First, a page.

The United States Department of Justice has unsealed indictments against three high-ranking members of an international hacking group. Dmytro Fedorov, 44, Fedir Hladyr, 33, and Andrii Kolpakov, 30, are all Ukrainian nationals and members of the FIN7 hacking group. Hladyr is currently in jail in Seattle having been extradited from Germany. The US is currently seeking the extradition of Kolpakov and Fedorov from Spain and Poland respectively.
Assistant Attorney General Benczkowski unveiled the indictments saying: “The three Ukrainian nationals indicted today allegedly were part of a prolific hacking group that targeted American companies and citizens by stealing valuable consumer data, including personal credit card information, that they then sold on the Darknet.
“Because hackers are committed to finding new ways to harm the American public and our economy, the Department of Justice remains steadfast in its commitment to working with our law enforcement partners to identify, interdict, and prosecute those responsible for these threats.”
Each of the three FIN7 conspirators is charged with 26 felony counts alleging conspiracy, wire fraud, computer hacking, access device fraud, and aggravated identity theft.
An international success
This is just the latest phase in a long running case against the FIN7 gang. In January 2018, the US asked German police in Dresden to arrest Hladyr. He is reported to be the FIN7 systems administrator who controlled all the servers and communication between gang members. Germany quickly extradited him to Seattle where he remains in jail.
Fedorov was also arrested in January. His arrest took place in Poland where he is still in jail. His role was supervising the other hackers used by FIN7 to gain access to banks and other companies.
The last of these three arrests occurred in late June when Kolpakov was arrested in Lepe, Spain. Like Fedorov, Kolpakov is alleged to have supervised hackers used by the FIN7 team.
International cooperation to take down cyber criminals is becoming more commonplace. Hacking groups and their infrastructure have been subjected to a number of different campaigns over the last three years. It has led to numerous arrests, charges and the disruption of hacking campaigns.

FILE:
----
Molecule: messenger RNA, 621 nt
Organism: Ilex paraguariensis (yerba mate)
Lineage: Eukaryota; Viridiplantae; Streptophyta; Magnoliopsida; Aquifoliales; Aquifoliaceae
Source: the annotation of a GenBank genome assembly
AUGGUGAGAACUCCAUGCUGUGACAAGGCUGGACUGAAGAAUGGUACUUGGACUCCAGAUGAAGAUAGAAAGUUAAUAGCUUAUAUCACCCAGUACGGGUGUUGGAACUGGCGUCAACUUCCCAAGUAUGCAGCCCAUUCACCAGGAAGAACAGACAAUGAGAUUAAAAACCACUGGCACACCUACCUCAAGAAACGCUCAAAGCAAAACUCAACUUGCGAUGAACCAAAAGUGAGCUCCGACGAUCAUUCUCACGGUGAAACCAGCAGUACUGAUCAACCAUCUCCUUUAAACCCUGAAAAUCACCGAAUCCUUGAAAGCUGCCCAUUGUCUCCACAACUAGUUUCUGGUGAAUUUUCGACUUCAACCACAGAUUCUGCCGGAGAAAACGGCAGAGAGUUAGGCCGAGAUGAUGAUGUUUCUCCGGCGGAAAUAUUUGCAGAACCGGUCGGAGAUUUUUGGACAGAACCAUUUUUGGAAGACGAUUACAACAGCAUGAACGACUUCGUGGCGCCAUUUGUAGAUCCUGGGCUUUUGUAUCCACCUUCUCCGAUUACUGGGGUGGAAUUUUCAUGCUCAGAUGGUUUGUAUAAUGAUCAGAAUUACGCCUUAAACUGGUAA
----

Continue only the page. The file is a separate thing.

How did FIN7 work?
The charges against these three are extensive. They not only wrote and distributed their own malware, but they also used a highly customised version of the Carbanak banking malware. The US Department of Justice has detailed how FIN7 worked.
Phishing emails with infected Word docs were sent to targets
- The Word docs would pretend to be legitimate business emails but when they were opened, malware was installed on the target computer
- To increase the chance of the email being opened, FIN7 would make a phone call to the victim. This alerted them that an email had been sent and increased the chance of it being opened.
- Malware ranging from surveillance software to banking malware which were installed on victims machines which were also controlled by FIN7.
- FIN7 used the infected machines to launch attacks against other computers.
- Stolen data, such as credit and banking card details were sold in online underground marketplaces.
- FIN7 created a front company to hide its activities. Combi Security was purportedly headquartered in Russia and Israel. It claimed to offer penetration testing and other cyber security services. This allowed it to gain information about potential new clients and to access the systems of it victims.
Did this lead to the arrest of Carbanak leader?
Back in March, Spanish police arrested Denis K in Alicante. He is alleged to be the leader of the Carbanak hacking group. His arrest also lead to the arrest of several other Ukrainian and Russian hackers. Spanish police also recovered a large sum of money and significant amounts of intelligence. That data was all stored on computers which have been subjected to extensive forensic examination.
Given the timeline that is now unfolding, it is likely that intelligence gathered from Hladyr in particular, may have led to the arrest of Denis K. As Hladyr was the FIN7 administration and communications controller he would likely have had contact with Denis K. Whether the Carbanak group or FIN7 carried out the modifications to the banking malware is still unclear.
What is important is to watch who else gets arrested in the next few months. The intelligence and computers seized from FIN7 and the Carbanak group will yield a lot of intelligence. The cyber security community will hope it also leads to a lot of arrests.
The Spanish Police, in particular, will want access to all the intelligence. Spain is one of several countries that appears to be a hide-out for criminals on the run. Over the last year, Spanish police have been involved in the arrests of a lot of senior hacking figures. Some of those, in addition to Denis K and soon Kolpakov, have led to extradition to the US.
One such case is Pyotr Levashov who ran the Kelihos botnet. He was arrested and sent to the US in February 2018.
What does this mean
International cooperation to combat cybercrime continues to deliver results. The intelligence gathered from each operation is feeding into the next. Many of those arrested are Ukrainian and Russian hackers. This is increasing the tension between Russia and the US. The case of Yevgeniy Nikulin who was arrested in 2016 and charged with hacking into LinkedIn and Dropbox is a case in point. Russia claims that many of these citizens should be tried in Russia first.
The arrests and charges against the leaders of FIN7 is good news. It sees another large scale and successful hacking group taken down. Unfortunately, this is a game of Whack-a-mole. Knock one group down and another soon pops up. Let’s hope this time, the intelligence brings down more groups before they can fill the void.